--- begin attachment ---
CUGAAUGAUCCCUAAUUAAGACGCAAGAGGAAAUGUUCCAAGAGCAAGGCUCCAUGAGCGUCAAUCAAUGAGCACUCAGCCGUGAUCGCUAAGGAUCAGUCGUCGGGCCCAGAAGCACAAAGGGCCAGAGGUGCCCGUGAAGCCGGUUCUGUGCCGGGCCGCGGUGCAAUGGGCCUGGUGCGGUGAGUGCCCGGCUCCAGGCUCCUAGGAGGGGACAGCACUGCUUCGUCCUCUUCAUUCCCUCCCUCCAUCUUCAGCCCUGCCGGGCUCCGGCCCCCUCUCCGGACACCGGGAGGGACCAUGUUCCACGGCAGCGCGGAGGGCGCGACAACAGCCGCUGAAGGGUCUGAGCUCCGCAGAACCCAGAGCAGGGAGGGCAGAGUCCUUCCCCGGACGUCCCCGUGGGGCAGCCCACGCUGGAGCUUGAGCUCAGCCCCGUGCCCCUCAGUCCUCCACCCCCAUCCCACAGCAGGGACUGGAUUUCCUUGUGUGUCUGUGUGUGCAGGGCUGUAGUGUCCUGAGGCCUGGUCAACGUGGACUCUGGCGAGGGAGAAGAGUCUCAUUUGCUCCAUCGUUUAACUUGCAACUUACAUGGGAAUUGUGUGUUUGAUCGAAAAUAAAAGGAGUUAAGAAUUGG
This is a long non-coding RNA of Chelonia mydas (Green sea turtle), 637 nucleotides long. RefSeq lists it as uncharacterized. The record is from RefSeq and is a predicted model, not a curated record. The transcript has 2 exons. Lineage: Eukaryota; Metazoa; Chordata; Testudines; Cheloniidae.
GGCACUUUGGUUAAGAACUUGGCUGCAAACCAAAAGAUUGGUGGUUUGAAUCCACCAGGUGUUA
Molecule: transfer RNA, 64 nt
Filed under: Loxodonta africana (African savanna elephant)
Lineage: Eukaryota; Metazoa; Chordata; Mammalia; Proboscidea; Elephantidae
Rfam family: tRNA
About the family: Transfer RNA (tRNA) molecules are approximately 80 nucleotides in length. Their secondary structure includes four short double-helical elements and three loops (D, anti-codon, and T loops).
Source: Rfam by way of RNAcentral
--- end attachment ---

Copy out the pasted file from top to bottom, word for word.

CUGAAUGAUCCCUAAUUAAGACGCAAGAGGAAAUGUUCCAAGAGCAAGGCUCCAUGAGCGUCAAUCAAUGAGCACUCAGCCGUGAUCGCUAAGGAUCAGUCGUCGGGCCCAGAAGCACAAAGGGCCAGAGGUGCCCGUGAAGCCGGUUCUGUGCCGGGCCGCGGUGCAAUGGGCCUGGUGCGGUGAGUGCCCGGCUCCAGGCUCCUAGGAGGGGACAGCACUGCUUCGUCCUCUUCAUUCCCUCCCUCCAUCUUCAGCCCUGCCGGGCUCCGGCCCCCUCUCCGGACACCGGGAGGGACCAUGUUCCACGGCAGCGCGGAGGGCGCGACAACAGCCGCUGAAGGGUCUGAGCUCCGCAGAACCCAGAGCAGGGAGGGCAGAGUCCUUCCCCGGACGUCCCCGUGGGGCAGCCCACGCUGGAGCUUGAGCUCAGCCCCGUGCCCCUCAGUCCUCCACCCCCAUCCCACAGCAGGGACUGGAUUUCCUUGUGUGUCUGUGUGUGCAGGGCUGUAGUGUCCUGAGGCCUGGUCAACGUGGACUCUGGCGAGGGAGAAGAGUCUCAUUUGCUCCAUCGUUUAACUUGCAACUUACAUGGGAAUUGUGUGUUUGAUCGAAAAUAAAAGGAGUUAAGAAUUGG
This is a long non-coding RNA of Chelonia mydas (Green sea turtle), 637 nucleotides long. RefSeq lists it as uncharacterized. The record is from RefSeq and is a predicted model, not a curated record. The transcript has 2 exons. Lineage: Eukaryota; Metazoa; Chordata; Testudines; Cheloniidae.
GGCACUUUGGUUAAGAACUUGGCUGCAAACCAAAAGAUUGGUGGUUUGAAUCCACCAGGUGUUA
Molecule: transfer RNA, 64 nt
Filed under: Loxodonta africana (African savanna elephant)
Lineage: Eukaryota; Metazoa; Chordata; Mammalia; Proboscidea; Elephantidae
Rfam family: tRNA
About the family: Transfer RNA (tRNA) molecules are approximately 80 nucleotides in length. Their secondary structure includes four short double-helical elements and three loops (D, anti-codon, and T loops).
Source: Rfam by way of RNAcentral